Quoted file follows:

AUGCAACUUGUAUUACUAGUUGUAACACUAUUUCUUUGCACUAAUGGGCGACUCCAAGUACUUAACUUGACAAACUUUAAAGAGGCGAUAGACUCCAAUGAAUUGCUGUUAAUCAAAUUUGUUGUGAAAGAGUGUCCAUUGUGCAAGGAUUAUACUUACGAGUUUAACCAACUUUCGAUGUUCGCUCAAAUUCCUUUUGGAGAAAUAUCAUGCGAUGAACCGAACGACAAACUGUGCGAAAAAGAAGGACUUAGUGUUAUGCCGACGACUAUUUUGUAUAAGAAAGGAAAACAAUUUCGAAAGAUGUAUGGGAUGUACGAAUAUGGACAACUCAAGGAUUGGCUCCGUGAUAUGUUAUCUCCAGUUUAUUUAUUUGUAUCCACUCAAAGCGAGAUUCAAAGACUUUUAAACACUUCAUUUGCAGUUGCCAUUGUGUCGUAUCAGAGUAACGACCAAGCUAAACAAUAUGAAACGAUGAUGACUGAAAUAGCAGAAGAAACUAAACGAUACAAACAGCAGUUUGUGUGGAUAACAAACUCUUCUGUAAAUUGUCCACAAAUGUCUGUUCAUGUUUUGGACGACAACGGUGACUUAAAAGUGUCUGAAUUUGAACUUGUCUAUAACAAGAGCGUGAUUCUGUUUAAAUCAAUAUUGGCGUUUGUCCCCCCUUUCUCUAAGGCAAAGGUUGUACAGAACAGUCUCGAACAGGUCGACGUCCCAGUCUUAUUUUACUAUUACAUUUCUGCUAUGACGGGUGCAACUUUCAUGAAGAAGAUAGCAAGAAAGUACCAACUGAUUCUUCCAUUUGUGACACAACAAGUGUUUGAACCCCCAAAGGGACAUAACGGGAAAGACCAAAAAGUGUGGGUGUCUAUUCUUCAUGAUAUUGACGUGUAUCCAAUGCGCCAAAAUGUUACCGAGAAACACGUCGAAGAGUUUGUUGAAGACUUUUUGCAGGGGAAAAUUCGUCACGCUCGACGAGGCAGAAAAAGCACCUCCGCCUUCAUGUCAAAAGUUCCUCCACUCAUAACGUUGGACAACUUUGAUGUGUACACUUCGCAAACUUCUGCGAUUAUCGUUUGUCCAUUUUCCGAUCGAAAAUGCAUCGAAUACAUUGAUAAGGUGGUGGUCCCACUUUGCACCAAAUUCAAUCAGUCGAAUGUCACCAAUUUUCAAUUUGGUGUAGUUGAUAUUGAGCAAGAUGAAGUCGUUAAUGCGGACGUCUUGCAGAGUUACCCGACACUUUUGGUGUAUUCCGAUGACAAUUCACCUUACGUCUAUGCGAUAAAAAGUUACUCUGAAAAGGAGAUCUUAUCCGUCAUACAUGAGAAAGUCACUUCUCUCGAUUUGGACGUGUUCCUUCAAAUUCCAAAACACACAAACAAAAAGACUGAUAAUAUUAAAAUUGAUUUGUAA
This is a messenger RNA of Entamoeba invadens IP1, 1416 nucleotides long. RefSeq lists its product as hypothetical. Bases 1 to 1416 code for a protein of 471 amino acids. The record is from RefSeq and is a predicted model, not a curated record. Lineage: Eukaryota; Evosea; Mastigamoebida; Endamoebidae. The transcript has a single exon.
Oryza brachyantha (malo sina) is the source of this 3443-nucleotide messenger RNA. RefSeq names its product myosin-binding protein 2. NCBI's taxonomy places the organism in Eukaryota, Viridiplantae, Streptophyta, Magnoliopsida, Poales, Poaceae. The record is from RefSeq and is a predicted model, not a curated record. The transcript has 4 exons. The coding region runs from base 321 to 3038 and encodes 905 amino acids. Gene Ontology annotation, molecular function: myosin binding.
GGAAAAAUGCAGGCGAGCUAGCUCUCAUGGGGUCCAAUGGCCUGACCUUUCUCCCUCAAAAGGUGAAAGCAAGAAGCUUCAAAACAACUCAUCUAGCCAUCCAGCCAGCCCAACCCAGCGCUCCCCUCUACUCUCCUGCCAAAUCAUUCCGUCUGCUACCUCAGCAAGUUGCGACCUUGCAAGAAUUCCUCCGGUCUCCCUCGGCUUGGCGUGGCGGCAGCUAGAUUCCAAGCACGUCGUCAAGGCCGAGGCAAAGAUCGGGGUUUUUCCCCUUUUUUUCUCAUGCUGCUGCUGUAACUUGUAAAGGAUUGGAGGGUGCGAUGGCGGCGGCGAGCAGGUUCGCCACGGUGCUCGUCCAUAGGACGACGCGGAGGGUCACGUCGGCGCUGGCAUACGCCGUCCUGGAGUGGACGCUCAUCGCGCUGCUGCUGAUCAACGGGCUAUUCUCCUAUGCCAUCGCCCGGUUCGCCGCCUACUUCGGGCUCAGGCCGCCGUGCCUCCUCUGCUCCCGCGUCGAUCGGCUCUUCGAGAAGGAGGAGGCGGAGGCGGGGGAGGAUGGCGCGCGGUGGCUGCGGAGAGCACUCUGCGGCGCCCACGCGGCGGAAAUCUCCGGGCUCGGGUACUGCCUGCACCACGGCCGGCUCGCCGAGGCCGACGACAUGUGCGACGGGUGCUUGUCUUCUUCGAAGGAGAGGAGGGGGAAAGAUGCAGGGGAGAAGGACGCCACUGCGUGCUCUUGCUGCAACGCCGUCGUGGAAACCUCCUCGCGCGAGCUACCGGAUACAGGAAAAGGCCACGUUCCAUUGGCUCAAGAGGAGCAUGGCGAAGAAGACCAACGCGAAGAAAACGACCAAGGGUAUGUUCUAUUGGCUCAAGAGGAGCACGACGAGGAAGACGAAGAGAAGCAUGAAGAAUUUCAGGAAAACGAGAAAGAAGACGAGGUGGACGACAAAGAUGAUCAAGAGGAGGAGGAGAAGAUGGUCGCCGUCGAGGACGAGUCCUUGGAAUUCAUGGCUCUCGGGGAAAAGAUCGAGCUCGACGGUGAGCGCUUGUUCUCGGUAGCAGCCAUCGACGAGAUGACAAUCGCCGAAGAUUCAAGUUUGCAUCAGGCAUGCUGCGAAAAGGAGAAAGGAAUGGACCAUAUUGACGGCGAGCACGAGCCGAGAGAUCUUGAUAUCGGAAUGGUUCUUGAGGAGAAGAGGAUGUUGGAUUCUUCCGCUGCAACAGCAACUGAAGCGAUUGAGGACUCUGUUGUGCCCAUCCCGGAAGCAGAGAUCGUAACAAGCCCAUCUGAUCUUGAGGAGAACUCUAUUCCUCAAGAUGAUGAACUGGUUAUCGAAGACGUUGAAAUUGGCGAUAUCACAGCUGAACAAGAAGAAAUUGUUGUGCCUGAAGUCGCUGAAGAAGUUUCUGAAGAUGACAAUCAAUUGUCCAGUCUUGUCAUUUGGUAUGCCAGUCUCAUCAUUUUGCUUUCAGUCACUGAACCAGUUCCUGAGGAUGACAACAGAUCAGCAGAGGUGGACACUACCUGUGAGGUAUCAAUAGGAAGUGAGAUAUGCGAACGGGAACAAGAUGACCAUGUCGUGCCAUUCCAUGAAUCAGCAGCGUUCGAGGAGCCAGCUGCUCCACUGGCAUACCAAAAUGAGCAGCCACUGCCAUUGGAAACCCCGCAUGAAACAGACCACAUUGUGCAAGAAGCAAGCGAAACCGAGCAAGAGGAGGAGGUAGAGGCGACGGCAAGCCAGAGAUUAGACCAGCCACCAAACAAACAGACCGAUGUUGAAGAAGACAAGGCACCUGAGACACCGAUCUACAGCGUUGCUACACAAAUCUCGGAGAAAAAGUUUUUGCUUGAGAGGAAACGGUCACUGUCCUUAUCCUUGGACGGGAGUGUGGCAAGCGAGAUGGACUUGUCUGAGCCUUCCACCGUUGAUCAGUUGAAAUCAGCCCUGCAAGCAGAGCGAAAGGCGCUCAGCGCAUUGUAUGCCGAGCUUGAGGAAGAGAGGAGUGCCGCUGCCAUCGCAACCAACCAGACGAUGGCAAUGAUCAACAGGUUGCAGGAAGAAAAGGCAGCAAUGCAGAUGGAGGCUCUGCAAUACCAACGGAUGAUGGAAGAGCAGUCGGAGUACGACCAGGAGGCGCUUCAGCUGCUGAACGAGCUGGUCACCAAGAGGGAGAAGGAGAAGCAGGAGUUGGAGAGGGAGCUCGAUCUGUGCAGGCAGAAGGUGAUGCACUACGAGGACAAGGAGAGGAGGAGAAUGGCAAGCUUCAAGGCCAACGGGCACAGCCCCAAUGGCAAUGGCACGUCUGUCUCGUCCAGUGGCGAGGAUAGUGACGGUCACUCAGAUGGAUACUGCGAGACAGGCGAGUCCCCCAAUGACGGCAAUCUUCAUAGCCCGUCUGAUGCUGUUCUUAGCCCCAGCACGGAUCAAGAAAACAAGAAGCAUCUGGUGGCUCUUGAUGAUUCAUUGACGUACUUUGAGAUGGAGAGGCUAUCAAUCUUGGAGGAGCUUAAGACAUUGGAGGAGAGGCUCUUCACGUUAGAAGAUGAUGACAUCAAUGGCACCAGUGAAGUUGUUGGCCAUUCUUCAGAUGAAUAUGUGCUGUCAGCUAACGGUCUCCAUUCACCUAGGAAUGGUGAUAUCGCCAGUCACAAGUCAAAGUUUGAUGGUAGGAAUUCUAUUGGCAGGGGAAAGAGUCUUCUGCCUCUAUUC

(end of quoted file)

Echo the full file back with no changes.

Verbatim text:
AUGCAACUUGUAUUACUAGUUGUAACACUAUUUCUUUGCACUAAUGGGCGACUCCAAGUACUUAACUUGACAAACUUUAAAGAGGCGAUAGACUCCAAUGAAUUGCUGUUAAUCAAAUUUGUUGUGAAAGAGUGUCCAUUGUGCAAGGAUUAUACUUACGAGUUUAACCAACUUUCGAUGUUCGCUCAAAUUCCUUUUGGAGAAAUAUCAUGCGAUGAACCGAACGACAAACUGUGCGAAAAAGAAGGACUUAGUGUUAUGCCGACGACUAUUUUGUAUAAGAAAGGAAAACAAUUUCGAAAGAUGUAUGGGAUGUACGAAUAUGGACAACUCAAGGAUUGGCUCCGUGAUAUGUUAUCUCCAGUUUAUUUAUUUGUAUCCACUCAAAGCGAGAUUCAAAGACUUUUAAACACUUCAUUUGCAGUUGCCAUUGUGUCGUAUCAGAGUAACGACCAAGCUAAACAAUAUGAAACGAUGAUGACUGAAAUAGCAGAAGAAACUAAACGAUACAAACAGCAGUUUGUGUGGAUAACAAACUCUUCUGUAAAUUGUCCACAAAUGUCUGUUCAUGUUUUGGACGACAACGGUGACUUAAAAGUGUCUGAAUUUGAACUUGUCUAUAACAAGAGCGUGAUUCUGUUUAAAUCAAUAUUGGCGUUUGUCCCCCCUUUCUCUAAGGCAAAGGUUGUACAGAACAGUCUCGAACAGGUCGACGUCCCAGUCUUAUUUUACUAUUACAUUUCUGCUAUGACGGGUGCAACUUUCAUGAAGAAGAUAGCAAGAAAGUACCAACUGAUUCUUCCAUUUGUGACACAACAAGUGUUUGAACCCCCAAAGGGACAUAACGGGAAAGACCAAAAAGUGUGGGUGUCUAUUCUUCAUGAUAUUGACGUGUAUCCAAUGCGCCAAAAUGUUACCGAGAAACACGUCGAAGAGUUUGUUGAAGACUUUUUGCAGGGGAAAAUUCGUCACGCUCGACGAGGCAGAAAAAGCACCUCCGCCUUCAUGUCAAAAGUUCCUCCACUCAUAACGUUGGACAACUUUGAUGUGUACACUUCGCAAACUUCUGCGAUUAUCGUUUGUCCAUUUUCCGAUCGAAAAUGCAUCGAAUACAUUGAUAAGGUGGUGGUCCCACUUUGCACCAAAUUCAAUCAGUCGAAUGUCACCAAUUUUCAAUUUGGUGUAGUUGAUAUUGAGCAAGAUGAAGUCGUUAAUGCGGACGUCUUGCAGAGUUACCCGACACUUUUGGUGUAUUCCGAUGACAAUUCACCUUACGUCUAUGCGAUAAAAAGUUACUCUGAAAAGGAGAUCUUAUCCGUCAUACAUGAGAAAGUCACUUCUCUCGAUUUGGACGUGUUCCUUCAAAUUCCAAAACACACAAACAAAAAGACUGAUAAUAUUAAAAUUGAUUUGUAA
This is a messenger RNA of Entamoeba invadens IP1, 1416 nucleotides long. RefSeq lists its product as hypothetical. Bases 1 to 1416 code for a protein of 471 amino acids. The record is from RefSeq and is a predicted model, not a curated record. Lineage: Eukaryota; Evosea; Mastigamoebida; Endamoebidae. The transcript has a single exon.
Oryza brachyantha (malo sina) is the source of this 3443-nucleotide messenger RNA. RefSeq names its product myosin-binding protein 2. NCBI's taxonomy places the organism in Eukaryota, Viridiplantae, Streptophyta, Magnoliopsida, Poales, Poaceae. The record is from RefSeq and is a predicted model, not a curated record. The transcript has 4 exons. The coding region runs from base 321 to 3038 and encodes 905 amino acids. Gene Ontology annotation, molecular function: myosin binding.
GGAAAAAUGCAGGCGAGCUAGCUCUCAUGGGGUCCAAUGGCCUGACCUUUCUCCCUCAAAAGGUGAAAGCAAGAAGCUUCAAAACAACUCAUCUAGCCAUCCAGCCAGCCCAACCCAGCGCUCCCCUCUACUCUCCUGCCAAAUCAUUCCGUCUGCUACCUCAGCAAGUUGCGACCUUGCAAGAAUUCCUCCGGUCUCCCUCGGCUUGGCGUGGCGGCAGCUAGAUUCCAAGCACGUCGUCAAGGCCGAGGCAAAGAUCGGGGUUUUUCCCCUUUUUUUCUCAUGCUGCUGCUGUAACUUGUAAAGGAUUGGAGGGUGCGAUGGCGGCGGCGAGCAGGUUCGCCACGGUGCUCGUCCAUAGGACGACGCGGAGGGUCACGUCGGCGCUGGCAUACGCCGUCCUGGAGUGGACGCUCAUCGCGCUGCUGCUGAUCAACGGGCUAUUCUCCUAUGCCAUCGCCCGGUUCGCCGCCUACUUCGGGCUCAGGCCGCCGUGCCUCCUCUGCUCCCGCGUCGAUCGGCUCUUCGAGAAGGAGGAGGCGGAGGCGGGGGAGGAUGGCGCGCGGUGGCUGCGGAGAGCACUCUGCGGCGCCCACGCGGCGGAAAUCUCCGGGCUCGGGUACUGCCUGCACCACGGCCGGCUCGCCGAGGCCGACGACAUGUGCGACGGGUGCUUGUCUUCUUCGAAGGAGAGGAGGGGGAAAGAUGCAGGGGAGAAGGACGCCACUGCGUGCUCUUGCUGCAACGCCGUCGUGGAAACCUCCUCGCGCGAGCUACCGGAUACAGGAAAAGGCCACGUUCCAUUGGCUCAAGAGGAGCAUGGCGAAGAAGACCAACGCGAAGAAAACGACCAAGGGUAUGUUCUAUUGGCUCAAGAGGAGCACGACGAGGAAGACGAAGAGAAGCAUGAAGAAUUUCAGGAAAACGAGAAAGAAGACGAGGUGGACGACAAAGAUGAUCAAGAGGAGGAGGAGAAGAUGGUCGCCGUCGAGGACGAGUCCUUGGAAUUCAUGGCUCUCGGGGAAAAGAUCGAGCUCGACGGUGAGCGCUUGUUCUCGGUAGCAGCCAUCGACGAGAUGACAAUCGCCGAAGAUUCAAGUUUGCAUCAGGCAUGCUGCGAAAAGGAGAAAGGAAUGGACCAUAUUGACGGCGAGCACGAGCCGAGAGAUCUUGAUAUCGGAAUGGUUCUUGAGGAGAAGAGGAUGUUGGAUUCUUCCGCUGCAACAGCAACUGAAGCGAUUGAGGACUCUGUUGUGCCCAUCCCGGAAGCAGAGAUCGUAACAAGCCCAUCUGAUCUUGAGGAGAACUCUAUUCCUCAAGAUGAUGAACUGGUUAUCGAAGACGUUGAAAUUGGCGAUAUCACAGCUGAACAAGAAGAAAUUGUUGUGCCUGAAGUCGCUGAAGAAGUUUCUGAAGAUGACAAUCAAUUGUCCAGUCUUGUCAUUUGGUAUGCCAGUCUCAUCAUUUUGCUUUCAGUCACUGAACCAGUUCCUGAGGAUGACAACAGAUCAGCAGAGGUGGACACUACCUGUGAGGUAUCAAUAGGAAGUGAGAUAUGCGAACGGGAACAAGAUGACCAUGUCGUGCCAUUCCAUGAAUCAGCAGCGUUCGAGGAGCCAGCUGCUCCACUGGCAUACCAAAAUGAGCAGCCACUGCCAUUGGAAACCCCGCAUGAAACAGACCACAUUGUGCAAGAAGCAAGCGAAACCGAGCAAGAGGAGGAGGUAGAGGCGACGGCAAGCCAGAGAUUAGACCAGCCACCAAACAAACAGACCGAUGUUGAAGAAGACAAGGCACCUGAGACACCGAUCUACAGCGUUGCUACACAAAUCUCGGAGAAAAAGUUUUUGCUUGAGAGGAAACGGUCACUGUCCUUAUCCUUGGACGGGAGUGUGGCAAGCGAGAUGGACUUGUCUGAGCCUUCCACCGUUGAUCAGUUGAAAUCAGCCCUGCAAGCAGAGCGAAAGGCGCUCAGCGCAUUGUAUGCCGAGCUUGAGGAAGAGAGGAGUGCCGCUGCCAUCGCAACCAACCAGACGAUGGCAAUGAUCAACAGGUUGCAGGAAGAAAAGGCAGCAAUGCAGAUGGAGGCUCUGCAAUACCAACGGAUGAUGGAAGAGCAGUCGGAGUACGACCAGGAGGCGCUUCAGCUGCUGAACGAGCUGGUCACCAAGAGGGAGAAGGAGAAGCAGGAGUUGGAGAGGGAGCUCGAUCUGUGCAGGCAGAAGGUGAUGCACUACGAGGACAAGGAGAGGAGGAGAAUGGCAAGCUUCAAGGCCAACGGGCACAGCCCCAAUGGCAAUGGCACGUCUGUCUCGUCCAGUGGCGAGGAUAGUGACGGUCACUCAGAUGGAUACUGCGAGACAGGCGAGUCCCCCAAUGACGGCAAUCUUCAUAGCCCGUCUGAUGCUGUUCUUAGCCCCAGCACGGAUCAAGAAAACAAGAAGCAUCUGGUGGCUCUUGAUGAUUCAUUGACGUACUUUGAGAUGGAGAGGCUAUCAAUCUUGGAGGAGCUUAAGACAUUGGAGGAGAGGCUCUUCACGUUAGAAGAUGAUGACAUCAAUGGCACCAGUGAAGUUGUUGGCCAUUCUUCAGAUGAAUAUGUGCUGUCAGCUAACGGUCUCCAUUCACCUAGGAAUGGUGAUAUCGCCAGUCACAAGUCAAAGUUUGAUGGUAGGAAUUCUAUUGGCAGGGGAAAGAGUCUUCUGCCUCUAUUC